Gerhard Pfau and Matthias Kloppmann presented on BPEL for People. The highlight to me was the list of Interaction Patterns (see Slide 4). It catalogs different roles humans play in an automated process and describes the interactions the humans have as part of each role. For example, humans participate in a task, they usually query for a list of available tasks, claim a task and later complete the task (or return it into the pool). My suggestion was to make the acronym cooler by calling it BPEL4PPL or BPEL4PPEL. This would also have the nice side-effect to convert the last hard core Microsofties who insist on pronouncing BPEL as "beppel" instead of "bee-pel" (unless they want to go the route of "beppel for peppel"…)
Open Workflow Nets
Karsten Wolf and Peter Massuthe (working with Wolfgang Reisig) applied the notion of Open Workflow Nets to analyzing the observable behavior of a service. The context to this work is to identify formal models of workflow services. A simple example of a vending machine illustrated the depth of this problem. The process modeling the vending machine supports four external "operations": Insert Coin, Select Tea, Select Coffee and Deliver Beverage. The first three are inbound and the last one is outbound messages. The question is, which client processes are valid in a sense that they actually complete the process without getting stuck somewhere (such a client is called a Strategy)? For example, a customer inserting a coin, selecting coffee and accepting the beverage is a strategy while a customer who inserts a coin and waits for a beverage without making a selection is not (the vending machine ends up in a deadlock state). The set of all strategies for a service is called an Operating Guideline. it provides an interesting artifact for a published workflow-driven service because it allows the service composition layer to assess whether service consumer and provider are "compatible". Wolfgang Reisig posted a nice overview presentation on this topic. Tools4BPEL contains associated tools that can convert BPEL processes into open workflow nets.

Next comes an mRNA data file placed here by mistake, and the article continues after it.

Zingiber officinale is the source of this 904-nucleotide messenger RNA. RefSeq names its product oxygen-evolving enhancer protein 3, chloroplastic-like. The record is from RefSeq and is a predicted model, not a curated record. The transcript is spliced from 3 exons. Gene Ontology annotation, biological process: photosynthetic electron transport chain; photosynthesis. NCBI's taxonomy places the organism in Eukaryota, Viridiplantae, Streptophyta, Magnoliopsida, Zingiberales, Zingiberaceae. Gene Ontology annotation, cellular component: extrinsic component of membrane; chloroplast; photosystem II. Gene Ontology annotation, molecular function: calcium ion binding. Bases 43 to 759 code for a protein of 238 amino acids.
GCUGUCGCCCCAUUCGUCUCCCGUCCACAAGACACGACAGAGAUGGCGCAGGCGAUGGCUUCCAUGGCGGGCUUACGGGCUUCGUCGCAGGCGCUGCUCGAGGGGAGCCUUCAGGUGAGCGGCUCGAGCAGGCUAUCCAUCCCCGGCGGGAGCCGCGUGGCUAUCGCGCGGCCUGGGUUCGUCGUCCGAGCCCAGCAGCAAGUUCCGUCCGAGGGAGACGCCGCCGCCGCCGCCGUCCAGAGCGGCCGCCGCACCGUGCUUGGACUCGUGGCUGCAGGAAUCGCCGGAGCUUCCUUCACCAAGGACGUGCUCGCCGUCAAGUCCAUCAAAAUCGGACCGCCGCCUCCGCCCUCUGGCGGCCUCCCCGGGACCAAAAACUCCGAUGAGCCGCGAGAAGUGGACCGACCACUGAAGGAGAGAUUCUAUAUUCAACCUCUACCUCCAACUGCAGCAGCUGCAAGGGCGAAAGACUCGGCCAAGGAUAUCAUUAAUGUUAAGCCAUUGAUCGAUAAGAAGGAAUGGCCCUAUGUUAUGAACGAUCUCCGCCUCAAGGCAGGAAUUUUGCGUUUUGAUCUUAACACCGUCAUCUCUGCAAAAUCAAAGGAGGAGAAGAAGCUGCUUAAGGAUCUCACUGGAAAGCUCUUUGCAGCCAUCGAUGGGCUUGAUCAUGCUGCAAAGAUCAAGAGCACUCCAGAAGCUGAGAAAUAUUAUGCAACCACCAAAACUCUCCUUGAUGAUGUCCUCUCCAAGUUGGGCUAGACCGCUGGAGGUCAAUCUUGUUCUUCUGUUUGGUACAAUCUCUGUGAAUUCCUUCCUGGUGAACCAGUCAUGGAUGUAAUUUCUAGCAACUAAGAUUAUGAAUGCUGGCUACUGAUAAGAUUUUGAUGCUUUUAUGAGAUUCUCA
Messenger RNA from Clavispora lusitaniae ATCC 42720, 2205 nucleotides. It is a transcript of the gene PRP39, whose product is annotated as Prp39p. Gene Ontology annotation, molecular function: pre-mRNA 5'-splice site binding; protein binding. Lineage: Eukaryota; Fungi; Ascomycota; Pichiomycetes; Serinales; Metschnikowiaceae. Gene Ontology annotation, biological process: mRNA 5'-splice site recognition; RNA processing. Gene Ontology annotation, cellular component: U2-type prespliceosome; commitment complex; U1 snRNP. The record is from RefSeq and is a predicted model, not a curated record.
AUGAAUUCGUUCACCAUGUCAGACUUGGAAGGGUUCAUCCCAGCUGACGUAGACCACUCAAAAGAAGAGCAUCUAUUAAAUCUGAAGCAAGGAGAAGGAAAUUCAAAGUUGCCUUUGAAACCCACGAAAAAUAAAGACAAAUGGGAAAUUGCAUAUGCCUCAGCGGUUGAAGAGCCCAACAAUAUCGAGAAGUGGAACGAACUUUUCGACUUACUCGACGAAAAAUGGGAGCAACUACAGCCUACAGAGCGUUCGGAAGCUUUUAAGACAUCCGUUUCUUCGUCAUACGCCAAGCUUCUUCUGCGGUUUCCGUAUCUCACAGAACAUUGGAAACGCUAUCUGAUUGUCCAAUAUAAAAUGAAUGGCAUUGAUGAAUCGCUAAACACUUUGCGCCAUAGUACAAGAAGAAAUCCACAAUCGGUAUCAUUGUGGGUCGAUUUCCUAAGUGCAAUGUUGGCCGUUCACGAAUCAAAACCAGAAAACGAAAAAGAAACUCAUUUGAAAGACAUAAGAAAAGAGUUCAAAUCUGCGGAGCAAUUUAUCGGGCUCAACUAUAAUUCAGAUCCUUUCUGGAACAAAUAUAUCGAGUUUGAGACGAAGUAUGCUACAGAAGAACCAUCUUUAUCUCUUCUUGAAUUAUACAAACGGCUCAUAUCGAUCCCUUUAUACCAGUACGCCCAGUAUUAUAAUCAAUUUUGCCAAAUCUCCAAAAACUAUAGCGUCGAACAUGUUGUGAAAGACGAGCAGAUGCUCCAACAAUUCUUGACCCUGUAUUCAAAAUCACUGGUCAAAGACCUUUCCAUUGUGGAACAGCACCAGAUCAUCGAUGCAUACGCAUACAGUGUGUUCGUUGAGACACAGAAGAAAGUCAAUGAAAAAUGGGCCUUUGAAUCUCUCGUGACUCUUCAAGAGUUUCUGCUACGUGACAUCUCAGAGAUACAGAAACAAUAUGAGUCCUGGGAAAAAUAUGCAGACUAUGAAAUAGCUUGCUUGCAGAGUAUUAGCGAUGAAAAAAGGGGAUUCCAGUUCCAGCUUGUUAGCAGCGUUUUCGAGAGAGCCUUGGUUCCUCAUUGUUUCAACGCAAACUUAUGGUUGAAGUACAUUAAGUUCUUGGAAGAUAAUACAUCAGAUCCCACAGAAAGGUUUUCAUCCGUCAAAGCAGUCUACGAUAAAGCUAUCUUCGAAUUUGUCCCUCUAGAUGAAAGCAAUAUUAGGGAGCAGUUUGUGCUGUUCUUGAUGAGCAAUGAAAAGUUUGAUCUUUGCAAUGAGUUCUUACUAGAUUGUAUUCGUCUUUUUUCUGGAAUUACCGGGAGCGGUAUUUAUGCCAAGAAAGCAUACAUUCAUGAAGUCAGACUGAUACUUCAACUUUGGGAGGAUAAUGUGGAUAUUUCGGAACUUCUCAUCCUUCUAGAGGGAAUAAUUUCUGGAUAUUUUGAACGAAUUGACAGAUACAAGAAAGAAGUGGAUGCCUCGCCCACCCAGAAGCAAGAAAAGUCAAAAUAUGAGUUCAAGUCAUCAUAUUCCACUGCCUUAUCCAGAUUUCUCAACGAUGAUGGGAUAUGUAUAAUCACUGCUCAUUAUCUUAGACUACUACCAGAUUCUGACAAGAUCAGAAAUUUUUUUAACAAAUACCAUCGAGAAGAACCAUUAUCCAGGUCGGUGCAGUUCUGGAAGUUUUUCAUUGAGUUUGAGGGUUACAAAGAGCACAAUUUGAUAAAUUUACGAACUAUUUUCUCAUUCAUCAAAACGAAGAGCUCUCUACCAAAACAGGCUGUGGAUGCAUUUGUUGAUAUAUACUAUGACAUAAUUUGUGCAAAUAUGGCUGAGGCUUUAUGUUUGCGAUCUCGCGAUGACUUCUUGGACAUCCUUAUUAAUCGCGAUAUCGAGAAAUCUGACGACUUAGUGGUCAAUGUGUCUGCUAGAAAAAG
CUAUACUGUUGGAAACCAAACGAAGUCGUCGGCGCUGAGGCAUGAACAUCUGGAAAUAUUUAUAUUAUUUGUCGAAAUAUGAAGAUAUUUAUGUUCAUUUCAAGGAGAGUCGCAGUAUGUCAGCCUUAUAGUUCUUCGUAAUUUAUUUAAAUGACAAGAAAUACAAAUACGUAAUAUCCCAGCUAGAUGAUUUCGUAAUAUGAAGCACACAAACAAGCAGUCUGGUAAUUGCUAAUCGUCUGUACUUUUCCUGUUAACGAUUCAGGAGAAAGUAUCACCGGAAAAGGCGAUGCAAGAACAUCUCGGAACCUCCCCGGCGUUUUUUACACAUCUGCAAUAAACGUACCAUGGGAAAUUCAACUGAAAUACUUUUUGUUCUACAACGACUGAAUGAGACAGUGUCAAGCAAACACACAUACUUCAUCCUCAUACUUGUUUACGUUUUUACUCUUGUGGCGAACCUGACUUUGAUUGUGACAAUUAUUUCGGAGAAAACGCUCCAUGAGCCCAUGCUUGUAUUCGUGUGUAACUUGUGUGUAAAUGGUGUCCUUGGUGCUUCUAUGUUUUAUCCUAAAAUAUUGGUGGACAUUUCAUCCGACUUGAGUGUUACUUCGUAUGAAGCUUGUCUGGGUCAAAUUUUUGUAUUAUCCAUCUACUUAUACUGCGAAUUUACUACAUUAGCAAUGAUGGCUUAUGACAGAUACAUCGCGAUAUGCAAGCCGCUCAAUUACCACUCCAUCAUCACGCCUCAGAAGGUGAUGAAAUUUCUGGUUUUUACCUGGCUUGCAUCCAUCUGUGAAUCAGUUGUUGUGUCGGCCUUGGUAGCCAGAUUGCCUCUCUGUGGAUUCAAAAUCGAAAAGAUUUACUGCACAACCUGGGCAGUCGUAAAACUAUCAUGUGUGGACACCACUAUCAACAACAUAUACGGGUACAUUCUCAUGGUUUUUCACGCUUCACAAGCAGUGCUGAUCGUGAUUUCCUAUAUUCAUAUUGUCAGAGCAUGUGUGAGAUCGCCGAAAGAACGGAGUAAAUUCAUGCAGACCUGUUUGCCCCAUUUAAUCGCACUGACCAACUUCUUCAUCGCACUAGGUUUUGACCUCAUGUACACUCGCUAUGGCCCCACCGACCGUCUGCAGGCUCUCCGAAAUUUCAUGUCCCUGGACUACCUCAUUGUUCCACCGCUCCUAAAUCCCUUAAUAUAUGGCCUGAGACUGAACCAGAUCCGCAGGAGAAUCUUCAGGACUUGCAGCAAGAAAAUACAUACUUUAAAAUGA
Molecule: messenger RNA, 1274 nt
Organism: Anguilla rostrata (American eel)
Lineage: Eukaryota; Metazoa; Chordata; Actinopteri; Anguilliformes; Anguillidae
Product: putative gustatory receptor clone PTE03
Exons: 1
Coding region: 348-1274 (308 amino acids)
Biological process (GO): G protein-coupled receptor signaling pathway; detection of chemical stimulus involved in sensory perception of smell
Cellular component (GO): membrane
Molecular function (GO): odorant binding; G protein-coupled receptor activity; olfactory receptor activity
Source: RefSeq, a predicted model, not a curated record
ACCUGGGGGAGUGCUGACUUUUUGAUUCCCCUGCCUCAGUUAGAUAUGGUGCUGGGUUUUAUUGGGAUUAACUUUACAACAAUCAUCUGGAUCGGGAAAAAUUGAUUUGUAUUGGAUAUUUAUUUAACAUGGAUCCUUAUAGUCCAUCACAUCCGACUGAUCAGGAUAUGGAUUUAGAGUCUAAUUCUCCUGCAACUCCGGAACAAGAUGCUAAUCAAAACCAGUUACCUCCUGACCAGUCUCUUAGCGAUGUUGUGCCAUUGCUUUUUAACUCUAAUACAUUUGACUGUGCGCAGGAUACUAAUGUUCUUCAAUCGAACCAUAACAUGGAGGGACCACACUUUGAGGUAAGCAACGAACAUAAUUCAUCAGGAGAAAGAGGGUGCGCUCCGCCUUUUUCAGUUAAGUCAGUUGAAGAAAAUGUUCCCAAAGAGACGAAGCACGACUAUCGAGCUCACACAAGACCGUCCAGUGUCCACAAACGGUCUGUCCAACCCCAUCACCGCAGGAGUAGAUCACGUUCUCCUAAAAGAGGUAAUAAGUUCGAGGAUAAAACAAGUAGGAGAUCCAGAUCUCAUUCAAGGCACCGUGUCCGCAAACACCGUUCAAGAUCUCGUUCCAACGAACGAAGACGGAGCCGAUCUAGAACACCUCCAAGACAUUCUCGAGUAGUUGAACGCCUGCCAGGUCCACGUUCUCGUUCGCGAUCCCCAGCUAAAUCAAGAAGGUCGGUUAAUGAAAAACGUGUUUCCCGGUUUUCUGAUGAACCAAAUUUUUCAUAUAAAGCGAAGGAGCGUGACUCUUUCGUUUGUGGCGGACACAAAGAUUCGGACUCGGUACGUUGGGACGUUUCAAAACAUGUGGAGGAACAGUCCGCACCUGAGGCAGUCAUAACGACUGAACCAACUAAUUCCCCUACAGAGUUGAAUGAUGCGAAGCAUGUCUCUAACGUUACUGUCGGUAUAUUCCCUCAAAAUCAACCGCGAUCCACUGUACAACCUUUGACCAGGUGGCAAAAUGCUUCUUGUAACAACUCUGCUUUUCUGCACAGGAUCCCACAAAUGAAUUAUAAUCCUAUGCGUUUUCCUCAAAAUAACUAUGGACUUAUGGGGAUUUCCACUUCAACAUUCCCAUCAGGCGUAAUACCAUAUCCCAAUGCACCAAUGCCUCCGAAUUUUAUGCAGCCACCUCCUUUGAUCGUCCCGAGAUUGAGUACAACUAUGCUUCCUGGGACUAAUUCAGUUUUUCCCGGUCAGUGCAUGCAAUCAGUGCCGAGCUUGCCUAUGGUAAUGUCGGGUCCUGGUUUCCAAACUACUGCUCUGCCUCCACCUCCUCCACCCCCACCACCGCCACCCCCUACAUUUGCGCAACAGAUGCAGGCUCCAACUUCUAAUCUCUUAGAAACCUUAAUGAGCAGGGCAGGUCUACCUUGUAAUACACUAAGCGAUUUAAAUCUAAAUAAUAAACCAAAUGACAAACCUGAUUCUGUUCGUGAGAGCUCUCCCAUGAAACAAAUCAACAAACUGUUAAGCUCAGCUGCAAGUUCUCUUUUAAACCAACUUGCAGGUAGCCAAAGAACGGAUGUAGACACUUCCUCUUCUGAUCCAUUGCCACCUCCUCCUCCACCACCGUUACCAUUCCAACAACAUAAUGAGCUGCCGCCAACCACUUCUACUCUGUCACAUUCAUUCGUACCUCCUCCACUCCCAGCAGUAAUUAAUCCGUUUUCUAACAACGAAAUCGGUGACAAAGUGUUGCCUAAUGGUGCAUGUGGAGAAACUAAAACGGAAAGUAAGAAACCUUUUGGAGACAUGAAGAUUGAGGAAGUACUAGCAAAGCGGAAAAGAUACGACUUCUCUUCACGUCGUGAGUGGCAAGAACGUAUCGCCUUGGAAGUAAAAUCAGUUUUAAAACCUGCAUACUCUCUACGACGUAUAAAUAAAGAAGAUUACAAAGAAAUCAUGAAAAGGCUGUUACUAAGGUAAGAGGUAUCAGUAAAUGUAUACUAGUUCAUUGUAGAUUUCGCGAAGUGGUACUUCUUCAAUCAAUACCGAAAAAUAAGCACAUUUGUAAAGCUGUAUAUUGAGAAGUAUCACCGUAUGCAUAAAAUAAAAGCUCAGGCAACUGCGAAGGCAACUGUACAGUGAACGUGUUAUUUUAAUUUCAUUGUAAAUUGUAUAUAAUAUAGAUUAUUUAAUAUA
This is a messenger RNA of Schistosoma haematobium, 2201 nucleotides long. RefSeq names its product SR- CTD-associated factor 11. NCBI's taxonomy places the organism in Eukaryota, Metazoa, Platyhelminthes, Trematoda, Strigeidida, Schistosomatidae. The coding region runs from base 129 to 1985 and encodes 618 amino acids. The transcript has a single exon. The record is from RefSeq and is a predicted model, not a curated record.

I gave both a presentation and held a workshop on Conversation Patterns. It was great (and a little daunting) to have such an experienced audience for my presentation. Immediately, good discussions and suggestions erupted. Sanjiva is cataloging more MEPs (Message Exchange Patterns) as part of WSDL 2.0. Uwe Zdun, who is working with Shahram Duster on describing process models using patterns, suggested arranging a pattern language where larger patterns can be composed from smaller "pattern primitives". Egon Börger authored a paper with Alistair Barros on and suggested a decomposition of the patterns into send and receive primitives. The level of interest and discussion left me inspired and motivated to continue my work on Conversation Patterns.
After so much intellectual stimulation I stopped by the Nürburgring's infamous Nordschleife on the way home. This treacherous race track of 20km has more corners than I could count and is full of blind turns, hill tops, and changing road conditions. At multiple points in its history the track was deemed too dangerous for racing but interestingly it was deemed safe enough to let the general public go wild on it. That is if you consider Evo, STi, RS4, M5, and 911 GT3 drivers the general public. Sadly, the combination of lack of horsepower, lack of familiarity with the track and lack of racing experience turned me and my BMW 116 into a 170 km/h obstacle.
Gregor is the Chief IT Architect of Allianz SE. He is a frequent speaker on asynchronous
messaging and service-oriented architectures and co-authored Enterprise Integration Patterns (Addison-Wesley). His mission is to make integration and distributed system development
easier by harvesting common patterns and best practices from many different technologies.